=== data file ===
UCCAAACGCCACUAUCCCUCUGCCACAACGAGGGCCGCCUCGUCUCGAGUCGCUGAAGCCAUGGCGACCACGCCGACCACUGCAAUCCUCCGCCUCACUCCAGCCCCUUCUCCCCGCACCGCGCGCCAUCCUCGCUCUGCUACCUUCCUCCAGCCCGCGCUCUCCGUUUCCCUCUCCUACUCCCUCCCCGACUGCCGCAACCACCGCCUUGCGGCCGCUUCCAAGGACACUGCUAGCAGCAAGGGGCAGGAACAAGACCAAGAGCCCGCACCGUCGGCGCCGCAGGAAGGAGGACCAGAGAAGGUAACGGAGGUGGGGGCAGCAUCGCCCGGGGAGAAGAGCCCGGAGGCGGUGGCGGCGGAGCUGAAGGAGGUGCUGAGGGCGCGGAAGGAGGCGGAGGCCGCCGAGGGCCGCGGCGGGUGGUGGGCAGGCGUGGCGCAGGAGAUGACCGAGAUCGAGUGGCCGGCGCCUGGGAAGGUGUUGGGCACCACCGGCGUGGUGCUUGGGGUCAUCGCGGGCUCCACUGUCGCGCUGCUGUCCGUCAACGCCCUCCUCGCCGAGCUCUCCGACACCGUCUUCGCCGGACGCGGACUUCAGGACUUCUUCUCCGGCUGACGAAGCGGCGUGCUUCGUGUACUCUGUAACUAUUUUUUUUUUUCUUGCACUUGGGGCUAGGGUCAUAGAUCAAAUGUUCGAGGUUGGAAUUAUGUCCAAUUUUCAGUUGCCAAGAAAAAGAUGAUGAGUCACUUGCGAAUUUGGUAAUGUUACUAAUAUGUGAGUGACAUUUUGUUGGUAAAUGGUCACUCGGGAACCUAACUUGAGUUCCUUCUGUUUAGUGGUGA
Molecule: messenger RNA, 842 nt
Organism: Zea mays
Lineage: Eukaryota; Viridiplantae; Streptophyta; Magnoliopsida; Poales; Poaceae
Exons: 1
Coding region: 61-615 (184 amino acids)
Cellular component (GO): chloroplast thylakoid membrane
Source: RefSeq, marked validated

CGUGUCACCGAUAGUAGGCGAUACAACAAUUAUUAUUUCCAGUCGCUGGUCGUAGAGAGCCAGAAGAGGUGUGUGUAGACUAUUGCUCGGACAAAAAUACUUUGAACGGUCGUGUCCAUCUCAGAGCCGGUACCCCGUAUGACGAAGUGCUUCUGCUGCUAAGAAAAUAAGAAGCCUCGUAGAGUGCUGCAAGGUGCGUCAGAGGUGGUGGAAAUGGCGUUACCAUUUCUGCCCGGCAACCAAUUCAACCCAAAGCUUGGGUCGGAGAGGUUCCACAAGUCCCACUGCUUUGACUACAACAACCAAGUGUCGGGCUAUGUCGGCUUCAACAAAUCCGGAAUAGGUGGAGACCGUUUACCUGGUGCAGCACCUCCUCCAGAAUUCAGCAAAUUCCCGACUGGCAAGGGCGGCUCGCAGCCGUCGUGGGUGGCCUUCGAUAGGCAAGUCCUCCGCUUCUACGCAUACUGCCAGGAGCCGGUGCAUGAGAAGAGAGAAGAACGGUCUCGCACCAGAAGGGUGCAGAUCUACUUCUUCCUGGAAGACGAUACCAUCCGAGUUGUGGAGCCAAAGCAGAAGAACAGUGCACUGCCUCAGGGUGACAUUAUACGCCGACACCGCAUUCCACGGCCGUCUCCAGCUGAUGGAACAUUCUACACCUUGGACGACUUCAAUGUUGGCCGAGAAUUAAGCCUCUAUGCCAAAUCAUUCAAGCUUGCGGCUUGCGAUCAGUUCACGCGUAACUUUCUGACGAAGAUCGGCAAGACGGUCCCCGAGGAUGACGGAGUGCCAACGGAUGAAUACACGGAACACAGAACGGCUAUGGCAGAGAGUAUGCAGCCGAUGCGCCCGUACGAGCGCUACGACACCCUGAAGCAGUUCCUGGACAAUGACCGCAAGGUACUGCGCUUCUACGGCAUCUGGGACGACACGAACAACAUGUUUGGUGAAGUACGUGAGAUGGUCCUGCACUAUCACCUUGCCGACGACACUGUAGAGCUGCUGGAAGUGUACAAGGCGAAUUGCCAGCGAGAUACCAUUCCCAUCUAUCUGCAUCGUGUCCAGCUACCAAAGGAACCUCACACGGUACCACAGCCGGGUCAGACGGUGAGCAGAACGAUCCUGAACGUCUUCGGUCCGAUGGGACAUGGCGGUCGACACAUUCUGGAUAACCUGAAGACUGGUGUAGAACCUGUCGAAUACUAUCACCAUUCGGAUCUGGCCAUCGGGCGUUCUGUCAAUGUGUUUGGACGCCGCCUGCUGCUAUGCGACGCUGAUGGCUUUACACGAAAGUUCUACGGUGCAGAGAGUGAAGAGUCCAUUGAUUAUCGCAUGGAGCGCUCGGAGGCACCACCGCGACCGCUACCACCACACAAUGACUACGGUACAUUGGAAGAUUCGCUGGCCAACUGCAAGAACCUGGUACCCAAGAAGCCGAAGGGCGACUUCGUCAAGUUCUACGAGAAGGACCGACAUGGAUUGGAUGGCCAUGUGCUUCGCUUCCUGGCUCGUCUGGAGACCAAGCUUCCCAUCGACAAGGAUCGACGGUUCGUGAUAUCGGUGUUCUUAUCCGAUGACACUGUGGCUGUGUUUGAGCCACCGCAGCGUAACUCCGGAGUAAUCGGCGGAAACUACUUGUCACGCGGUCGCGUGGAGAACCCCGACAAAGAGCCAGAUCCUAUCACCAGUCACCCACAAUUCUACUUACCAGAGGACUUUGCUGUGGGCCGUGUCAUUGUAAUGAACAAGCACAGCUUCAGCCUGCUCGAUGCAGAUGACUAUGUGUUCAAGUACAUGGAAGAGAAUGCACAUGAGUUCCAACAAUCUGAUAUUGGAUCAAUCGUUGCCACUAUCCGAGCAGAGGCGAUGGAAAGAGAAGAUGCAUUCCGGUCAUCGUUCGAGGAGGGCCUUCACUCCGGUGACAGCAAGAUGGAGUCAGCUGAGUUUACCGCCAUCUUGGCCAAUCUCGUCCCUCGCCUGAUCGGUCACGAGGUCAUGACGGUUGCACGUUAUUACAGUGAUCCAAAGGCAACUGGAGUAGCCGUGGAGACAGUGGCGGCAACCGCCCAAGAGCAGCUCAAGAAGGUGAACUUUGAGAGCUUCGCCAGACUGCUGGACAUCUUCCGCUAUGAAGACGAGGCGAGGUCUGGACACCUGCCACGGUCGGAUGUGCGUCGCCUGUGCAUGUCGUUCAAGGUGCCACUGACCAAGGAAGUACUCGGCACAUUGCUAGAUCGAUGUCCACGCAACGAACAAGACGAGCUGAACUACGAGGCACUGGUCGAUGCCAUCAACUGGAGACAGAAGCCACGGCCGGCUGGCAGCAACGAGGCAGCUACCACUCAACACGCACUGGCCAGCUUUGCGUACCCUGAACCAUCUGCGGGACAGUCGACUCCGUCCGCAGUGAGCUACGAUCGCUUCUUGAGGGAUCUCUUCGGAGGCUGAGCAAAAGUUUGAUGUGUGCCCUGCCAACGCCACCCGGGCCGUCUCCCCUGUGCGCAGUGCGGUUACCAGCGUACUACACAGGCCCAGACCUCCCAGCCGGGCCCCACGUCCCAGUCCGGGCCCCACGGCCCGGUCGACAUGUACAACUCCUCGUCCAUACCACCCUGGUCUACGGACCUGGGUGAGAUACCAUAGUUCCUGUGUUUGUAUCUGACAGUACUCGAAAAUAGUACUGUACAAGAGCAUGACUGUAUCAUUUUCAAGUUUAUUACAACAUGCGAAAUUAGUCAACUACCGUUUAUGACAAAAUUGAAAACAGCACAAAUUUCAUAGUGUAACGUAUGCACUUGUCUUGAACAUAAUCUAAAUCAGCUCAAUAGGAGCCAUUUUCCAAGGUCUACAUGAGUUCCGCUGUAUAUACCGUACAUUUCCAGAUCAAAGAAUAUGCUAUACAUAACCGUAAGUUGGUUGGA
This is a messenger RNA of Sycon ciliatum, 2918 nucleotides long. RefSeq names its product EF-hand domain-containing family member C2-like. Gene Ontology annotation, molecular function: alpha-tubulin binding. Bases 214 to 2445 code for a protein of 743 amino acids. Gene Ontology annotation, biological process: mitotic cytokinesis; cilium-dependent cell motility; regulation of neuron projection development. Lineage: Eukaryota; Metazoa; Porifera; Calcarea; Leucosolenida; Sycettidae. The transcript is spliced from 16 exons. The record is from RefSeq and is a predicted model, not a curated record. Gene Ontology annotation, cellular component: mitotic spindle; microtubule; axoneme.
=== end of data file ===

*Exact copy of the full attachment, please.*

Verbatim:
UCCAAACGCCACUAUCCCUCUGCCACAACGAGGGCCGCCUCGUCUCGAGUCGCUGAAGCCAUGGCGACCACGCCGACCACUGCAAUCCUCCGCCUCACUCCAGCCCCUUCUCCCCGCACCGCGCGCCAUCCUCGCUCUGCUACCUUCCUCCAGCCCGCGCUCUCCGUUUCCCUCUCCUACUCCCUCCCCGACUGCCGCAACCACCGCCUUGCGGCCGCUUCCAAGGACACUGCUAGCAGCAAGGGGCAGGAACAAGACCAAGAGCCCGCACCGUCGGCGCCGCAGGAAGGAGGACCAGAGAAGGUAACGGAGGUGGGGGCAGCAUCGCCCGGGGAGAAGAGCCCGGAGGCGGUGGCGGCGGAGCUGAAGGAGGUGCUGAGGGCGCGGAAGGAGGCGGAGGCCGCCGAGGGCCGCGGCGGGUGGUGGGCAGGCGUGGCGCAGGAGAUGACCGAGAUCGAGUGGCCGGCGCCUGGGAAGGUGUUGGGCACCACCGGCGUGGUGCUUGGGGUCAUCGCGGGCUCCACUGUCGCGCUGCUGUCCGUCAACGCCCUCCUCGCCGAGCUCUCCGACACCGUCUUCGCCGGACGCGGACUUCAGGACUUCUUCUCCGGCUGACGAAGCGGCGUGCUUCGUGUACUCUGUAACUAUUUUUUUUUUUCUUGCACUUGGGGCUAGGGUCAUAGAUCAAAUGUUCGAGGUUGGAAUUAUGUCCAAUUUUCAGUUGCCAAGAAAAAGAUGAUGAGUCACUUGCGAAUUUGGUAAUGUUACUAAUAUGUGAGUGACAUUUUGUUGGUAAAUGGUCACUCGGGAACCUAACUUGAGUUCCUUCUGUUUAGUGGUGA
Molecule: messenger RNA, 842 nt
Organism: Zea mays
Lineage: Eukaryota; Viridiplantae; Streptophyta; Magnoliopsida; Poales; Poaceae
Exons: 1
Coding region: 61-615 (184 amino acids)
Cellular component (GO): chloroplast thylakoid membrane
Source: RefSeq, marked validated

CGUGUCACCGAUAGUAGGCGAUACAACAAUUAUUAUUUCCAGUCGCUGGUCGUAGAGAGCCAGAAGAGGUGUGUGUAGACUAUUGCUCGGACAAAAAUACUUUGAACGGUCGUGUCCAUCUCAGAGCCGGUACCCCGUAUGACGAAGUGCUUCUGCUGCUAAGAAAAUAAGAAGCCUCGUAGAGUGCUGCAAGGUGCGUCAGAGGUGGUGGAAAUGGCGUUACCAUUUCUGCCCGGCAACCAAUUCAACCCAAAGCUUGGGUCGGAGAGGUUCCACAAGUCCCACUGCUUUGACUACAACAACCAAGUGUCGGGCUAUGUCGGCUUCAACAAAUCCGGAAUAGGUGGAGACCGUUUACCUGGUGCAGCACCUCCUCCAGAAUUCAGCAAAUUCCCGACUGGCAAGGGCGGCUCGCAGCCGUCGUGGGUGGCCUUCGAUAGGCAAGUCCUCCGCUUCUACGCAUACUGCCAGGAGCCGGUGCAUGAGAAGAGAGAAGAACGGUCUCGCACCAGAAGGGUGCAGAUCUACUUCUUCCUGGAAGACGAUACCAUCCGAGUUGUGGAGCCAAAGCAGAAGAACAGUGCACUGCCUCAGGGUGACAUUAUACGCCGACACCGCAUUCCACGGCCGUCUCCAGCUGAUGGAACAUUCUACACCUUGGACGACUUCAAUGUUGGCCGAGAAUUAAGCCUCUAUGCCAAAUCAUUCAAGCUUGCGGCUUGCGAUCAGUUCACGCGUAACUUUCUGACGAAGAUCGGCAAGACGGUCCCCGAGGAUGACGGAGUGCCAACGGAUGAAUACACGGAACACAGAACGGCUAUGGCAGAGAGUAUGCAGCCGAUGCGCCCGUACGAGCGCUACGACACCCUGAAGCAGUUCCUGGACAAUGACCGCAAGGUACUGCGCUUCUACGGCAUCUGGGACGACACGAACAACAUGUUUGGUGAAGUACGUGAGAUGGUCCUGCACUAUCACCUUGCCGACGACACUGUAGAGCUGCUGGAAGUGUACAAGGCGAAUUGCCAGCGAGAUACCAUUCCCAUCUAUCUGCAUCGUGUCCAGCUACCAAAGGAACCUCACACGGUACCACAGCCGGGUCAGACGGUGAGCAGAACGAUCCUGAACGUCUUCGGUCCGAUGGGACAUGGCGGUCGACACAUUCUGGAUAACCUGAAGACUGGUGUAGAACCUGUCGAAUACUAUCACCAUUCGGAUCUGGCCAUCGGGCGUUCUGUCAAUGUGUUUGGACGCCGCCUGCUGCUAUGCGACGCUGAUGGCUUUACACGAAAGUUCUACGGUGCAGAGAGUGAAGAGUCCAUUGAUUAUCGCAUGGAGCGCUCGGAGGCACCACCGCGACCGCUACCACCACACAAUGACUACGGUACAUUGGAAGAUUCGCUGGCCAACUGCAAGAACCUGGUACCCAAGAAGCCGAAGGGCGACUUCGUCAAGUUCUACGAGAAGGACCGACAUGGAUUGGAUGGCCAUGUGCUUCGCUUCCUGGCUCGUCUGGAGACCAAGCUUCCCAUCGACAAGGAUCGACGGUUCGUGAUAUCGGUGUUCUUAUCCGAUGACACUGUGGCUGUGUUUGAGCCACCGCAGCGUAACUCCGGAGUAAUCGGCGGAAACUACUUGUCACGCGGUCGCGUGGAGAACCCCGACAAAGAGCCAGAUCCUAUCACCAGUCACCCACAAUUCUACUUACCAGAGGACUUUGCUGUGGGCCGUGUCAUUGUAAUGAACAAGCACAGCUUCAGCCUGCUCGAUGCAGAUGACUAUGUGUUCAAGUACAUGGAAGAGAAUGCACAUGAGUUCCAACAAUCUGAUAUUGGAUCAAUCGUUGCCACUAUCCGAGCAGAGGCGAUGGAAAGAGAAGAUGCAUUCCGGUCAUCGUUCGAGGAGGGCCUUCACUCCGGUGACAGCAAGAUGGAGUCAGCUGAGUUUACCGCCAUCUUGGCCAAUCUCGUCCCUCGCCUGAUCGGUCACGAGGUCAUGACGGUUGCACGUUAUUACAGUGAUCCAAAGGCAACUGGAGUAGCCGUGGAGACAGUGGCGGCAACCGCCCAAGAGCAGCUCAAGAAGGUGAACUUUGAGAGCUUCGCCAGACUGCUGGACAUCUUCCGCUAUGAAGACGAGGCGAGGUCUGGACACCUGCCACGGUCGGAUGUGCGUCGCCUGUGCAUGUCGUUCAAGGUGCCACUGACCAAGGAAGUACUCGGCACAUUGCUAGAUCGAUGUCCACGCAACGAACAAGACGAGCUGAACUACGAGGCACUGGUCGAUGCCAUCAACUGGAGACAGAAGCCACGGCCGGCUGGCAGCAACGAGGCAGCUACCACUCAACACGCACUGGCCAGCUUUGCGUACCCUGAACCAUCUGCGGGACAGUCGACUCCGUCCGCAGUGAGCUACGAUCGCUUCUUGAGGGAUCUCUUCGGAGGCUGAGCAAAAGUUUGAUGUGUGCCCUGCCAACGCCACCCGGGCCGUCUCCCCUGUGCGCAGUGCGGUUACCAGCGUACUACACAGGCCCAGACCUCCCAGCCGGGCCCCACGUCCCAGUCCGGGCCCCACGGCCCGGUCGACAUGUACAACUCCUCGUCCAUACCACCCUGGUCUACGGACCUGGGUGAGAUACCAUAGUUCCUGUGUUUGUAUCUGACAGUACUCGAAAAUAGUACUGUACAAGAGCAUGACUGUAUCAUUUUCAAGUUUAUUACAACAUGCGAAAUUAGUCAACUACCGUUUAUGACAAAAUUGAAAACAGCACAAAUUUCAUAGUGUAACGUAUGCACUUGUCUUGAACAUAAUCUAAAUCAGCUCAAUAGGAGCCAUUUUCCAAGGUCUACAUGAGUUCCGCUGUAUAUACCGUACAUUUCCAGAUCAAAGAAUAUGCUAUACAUAACCGUAAGUUGGUUGGA
This is a messenger RNA of Sycon ciliatum, 2918 nucleotides long. RefSeq names its product EF-hand domain-containing family member C2-like. Gene Ontology annotation, molecular function: alpha-tubulin binding. Bases 214 to 2445 code for a protein of 743 amino acids. Gene Ontology annotation, biological process: mitotic cytokinesis; cilium-dependent cell motility; regulation of neuron projection development. Lineage: Eukaryota; Metazoa; Porifera; Calcarea; Leucosolenida; Sycettidae. The transcript is spliced from 16 exons. The record is from RefSeq and is a predicted model, not a curated record. Gene Ontology annotation, cellular component: mitotic spindle; microtubule; axoneme.